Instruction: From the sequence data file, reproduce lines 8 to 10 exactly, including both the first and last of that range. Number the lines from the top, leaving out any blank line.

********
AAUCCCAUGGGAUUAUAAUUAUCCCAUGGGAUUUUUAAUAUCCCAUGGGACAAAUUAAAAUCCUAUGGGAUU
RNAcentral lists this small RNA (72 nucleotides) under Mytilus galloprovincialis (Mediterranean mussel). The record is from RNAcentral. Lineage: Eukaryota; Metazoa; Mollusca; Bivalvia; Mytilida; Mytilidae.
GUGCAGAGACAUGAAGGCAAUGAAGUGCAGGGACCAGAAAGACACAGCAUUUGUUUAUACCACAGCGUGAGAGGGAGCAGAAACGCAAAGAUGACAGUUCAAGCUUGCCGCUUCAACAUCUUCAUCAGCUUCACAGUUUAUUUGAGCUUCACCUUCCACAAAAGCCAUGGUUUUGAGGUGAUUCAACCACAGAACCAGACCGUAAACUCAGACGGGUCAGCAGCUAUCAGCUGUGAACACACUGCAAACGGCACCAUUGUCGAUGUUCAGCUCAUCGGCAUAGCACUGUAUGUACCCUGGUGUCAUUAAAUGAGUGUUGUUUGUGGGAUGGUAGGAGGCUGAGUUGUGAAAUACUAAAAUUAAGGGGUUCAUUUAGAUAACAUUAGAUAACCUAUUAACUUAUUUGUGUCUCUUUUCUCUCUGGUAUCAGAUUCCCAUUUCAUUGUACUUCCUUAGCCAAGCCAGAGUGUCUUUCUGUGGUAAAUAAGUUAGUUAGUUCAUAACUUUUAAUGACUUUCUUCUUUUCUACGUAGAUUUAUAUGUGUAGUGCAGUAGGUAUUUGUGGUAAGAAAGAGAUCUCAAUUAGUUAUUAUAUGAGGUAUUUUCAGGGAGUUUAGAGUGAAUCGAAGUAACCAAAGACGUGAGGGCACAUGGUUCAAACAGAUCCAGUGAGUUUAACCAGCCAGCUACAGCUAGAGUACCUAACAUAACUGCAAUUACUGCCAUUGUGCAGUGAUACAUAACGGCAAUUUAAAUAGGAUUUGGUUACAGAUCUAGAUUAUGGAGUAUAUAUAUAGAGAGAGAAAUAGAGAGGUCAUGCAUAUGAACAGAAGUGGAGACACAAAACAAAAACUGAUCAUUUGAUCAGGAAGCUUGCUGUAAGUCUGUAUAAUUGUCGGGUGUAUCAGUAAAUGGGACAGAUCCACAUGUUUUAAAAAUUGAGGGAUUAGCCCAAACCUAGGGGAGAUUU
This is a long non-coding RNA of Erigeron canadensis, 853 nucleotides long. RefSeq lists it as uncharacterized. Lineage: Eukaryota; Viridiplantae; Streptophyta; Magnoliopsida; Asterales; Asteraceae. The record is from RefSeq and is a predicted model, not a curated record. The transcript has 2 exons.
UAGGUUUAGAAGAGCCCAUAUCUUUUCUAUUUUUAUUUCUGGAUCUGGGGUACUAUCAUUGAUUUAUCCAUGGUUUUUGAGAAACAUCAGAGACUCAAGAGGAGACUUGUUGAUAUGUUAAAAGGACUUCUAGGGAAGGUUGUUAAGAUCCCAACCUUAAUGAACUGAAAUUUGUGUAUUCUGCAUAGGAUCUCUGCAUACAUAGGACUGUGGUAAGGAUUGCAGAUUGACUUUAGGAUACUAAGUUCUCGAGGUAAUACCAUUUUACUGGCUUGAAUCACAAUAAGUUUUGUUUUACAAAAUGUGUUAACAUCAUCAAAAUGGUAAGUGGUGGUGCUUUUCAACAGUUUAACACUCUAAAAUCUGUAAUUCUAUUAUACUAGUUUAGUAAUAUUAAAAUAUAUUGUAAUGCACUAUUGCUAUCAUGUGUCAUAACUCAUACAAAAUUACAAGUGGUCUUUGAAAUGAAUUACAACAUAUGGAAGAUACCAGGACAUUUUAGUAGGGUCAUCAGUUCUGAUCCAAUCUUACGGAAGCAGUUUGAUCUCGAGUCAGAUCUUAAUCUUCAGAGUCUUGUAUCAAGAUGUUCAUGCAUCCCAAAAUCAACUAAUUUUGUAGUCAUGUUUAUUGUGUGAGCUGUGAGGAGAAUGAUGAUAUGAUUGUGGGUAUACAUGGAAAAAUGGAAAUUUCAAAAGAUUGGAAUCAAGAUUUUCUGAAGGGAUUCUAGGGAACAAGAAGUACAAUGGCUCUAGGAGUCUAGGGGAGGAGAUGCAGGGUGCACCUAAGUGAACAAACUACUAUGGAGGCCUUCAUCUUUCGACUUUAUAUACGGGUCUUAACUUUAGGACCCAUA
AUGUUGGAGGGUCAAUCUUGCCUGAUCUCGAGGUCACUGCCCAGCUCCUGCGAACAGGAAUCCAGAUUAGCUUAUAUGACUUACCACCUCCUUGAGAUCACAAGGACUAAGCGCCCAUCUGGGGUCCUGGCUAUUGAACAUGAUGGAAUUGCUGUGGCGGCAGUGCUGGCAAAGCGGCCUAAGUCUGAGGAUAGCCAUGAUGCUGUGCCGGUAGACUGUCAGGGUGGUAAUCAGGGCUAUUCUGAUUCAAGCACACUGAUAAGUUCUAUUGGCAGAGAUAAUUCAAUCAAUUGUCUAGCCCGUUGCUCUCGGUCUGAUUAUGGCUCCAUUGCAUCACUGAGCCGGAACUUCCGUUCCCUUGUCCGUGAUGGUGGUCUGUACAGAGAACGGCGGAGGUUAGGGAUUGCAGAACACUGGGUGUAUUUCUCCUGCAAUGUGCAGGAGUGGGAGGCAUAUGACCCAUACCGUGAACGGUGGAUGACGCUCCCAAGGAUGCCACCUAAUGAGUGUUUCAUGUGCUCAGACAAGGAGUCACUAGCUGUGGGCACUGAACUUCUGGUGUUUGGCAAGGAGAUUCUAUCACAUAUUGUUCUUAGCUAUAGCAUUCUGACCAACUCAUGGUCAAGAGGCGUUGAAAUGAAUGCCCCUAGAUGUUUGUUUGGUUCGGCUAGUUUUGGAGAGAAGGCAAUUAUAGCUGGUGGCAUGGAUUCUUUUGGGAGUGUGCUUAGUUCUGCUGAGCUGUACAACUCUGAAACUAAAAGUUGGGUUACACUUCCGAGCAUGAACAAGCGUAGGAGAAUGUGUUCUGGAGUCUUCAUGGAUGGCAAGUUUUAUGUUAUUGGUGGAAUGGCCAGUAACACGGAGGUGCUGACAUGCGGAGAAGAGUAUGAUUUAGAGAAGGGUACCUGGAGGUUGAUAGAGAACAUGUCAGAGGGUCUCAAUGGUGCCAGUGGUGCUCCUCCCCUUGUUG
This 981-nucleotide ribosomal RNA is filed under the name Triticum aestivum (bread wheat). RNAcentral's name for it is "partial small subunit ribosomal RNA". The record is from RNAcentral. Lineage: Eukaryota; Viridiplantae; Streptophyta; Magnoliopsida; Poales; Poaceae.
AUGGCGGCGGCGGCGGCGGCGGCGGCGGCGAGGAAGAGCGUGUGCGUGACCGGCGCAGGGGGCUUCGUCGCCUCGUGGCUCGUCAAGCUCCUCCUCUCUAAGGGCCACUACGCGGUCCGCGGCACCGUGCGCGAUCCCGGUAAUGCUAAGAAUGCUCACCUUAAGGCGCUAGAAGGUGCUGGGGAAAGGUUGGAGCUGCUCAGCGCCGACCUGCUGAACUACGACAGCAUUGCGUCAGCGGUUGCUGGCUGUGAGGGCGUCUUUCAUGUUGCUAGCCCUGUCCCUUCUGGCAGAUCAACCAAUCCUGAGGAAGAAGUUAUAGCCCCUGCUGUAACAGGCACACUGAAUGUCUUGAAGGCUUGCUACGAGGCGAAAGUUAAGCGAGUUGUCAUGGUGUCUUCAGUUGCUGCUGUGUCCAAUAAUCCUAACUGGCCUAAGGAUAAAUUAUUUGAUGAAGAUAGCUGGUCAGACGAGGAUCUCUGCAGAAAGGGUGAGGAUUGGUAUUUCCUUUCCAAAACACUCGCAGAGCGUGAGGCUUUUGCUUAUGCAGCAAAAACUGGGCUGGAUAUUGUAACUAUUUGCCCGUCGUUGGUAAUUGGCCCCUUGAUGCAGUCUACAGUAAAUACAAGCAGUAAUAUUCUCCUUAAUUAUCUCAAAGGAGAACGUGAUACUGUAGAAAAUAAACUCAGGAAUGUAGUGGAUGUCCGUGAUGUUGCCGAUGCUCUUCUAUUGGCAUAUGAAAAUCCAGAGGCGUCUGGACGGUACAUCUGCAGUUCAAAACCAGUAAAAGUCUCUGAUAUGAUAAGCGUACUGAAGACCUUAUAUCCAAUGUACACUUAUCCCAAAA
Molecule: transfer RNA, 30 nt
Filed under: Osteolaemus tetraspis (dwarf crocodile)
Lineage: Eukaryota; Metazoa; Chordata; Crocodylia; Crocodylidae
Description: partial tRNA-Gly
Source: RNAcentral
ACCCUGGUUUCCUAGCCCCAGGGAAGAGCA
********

AUGGCGGCGGCGGCGGCGGCGGCGGCGGCGAGGAAGAGCGUGUGCGUGACCGGCGCAGGGGGCUUCGUCGCCUCGUGGCUCGUCAAGCUCCUCCUCUCUAAGGGCCACUACGCGGUCCGCGGCACCGUGCGCGAUCCCGGUAAUGCUAAGAAUGCUCACCUUAAGGCGCUAGAAGGUGCUGGGGAAAGGUUGGAGCUGCUCAGCGCCGACCUGCUGAACUACGACAGCAUUGCGUCAGCGGUUGCUGGCUGUGAGGGCGUCUUUCAUGUUGCUAGCCCUGUCCCUUCUGGCAGAUCAACCAAUCCUGAGGAAGAAGUUAUAGCCCCUGCUGUAACAGGCACACUGAAUGUCUUGAAGGCUUGCUACGAGGCGAAAGUUAAGCGAGUUGUCAUGGUGUCUUCAGUUGCUGCUGUGUCCAAUAAUCCUAACUGGCCUAAGGAUAAAUUAUUUGAUGAAGAUAGCUGGUCAGACGAGGAUCUCUGCAGAAAGGGUGAGGAUUGGUAUUUCCUUUCCAAAACACUCGCAGAGCGUGAGGCUUUUGCUUAUGCAGCAAAAACUGGGCUGGAUAUUGUAACUAUUUGCCCGUCGUUGGUAAUUGGCCCCUUGAUGCAGUCUACAGUAAAUACAAGCAGUAAUAUUCUCCUUAAUUAUCUCAAAGGAGAACGUGAUACUGUAGAAAAUAAACUCAGGAAUGUAGUGGAUGUCCGUGAUGUUGCCGAUGCUCUUCUAUUGGCAUAUGAAAAUCCAGAGGCGUCUGGACGGUACAUCUGCAGUUCAAAACCAGUAAAAGUCUCUGAUAUGAUAAGCGUACUGAAGACCUUAUAUCCAAUGUACACUUAUCCCAAAA
Molecule: transfer RNA, 30 nt
Filed under: Osteolaemus tetraspis (dwarf crocodile)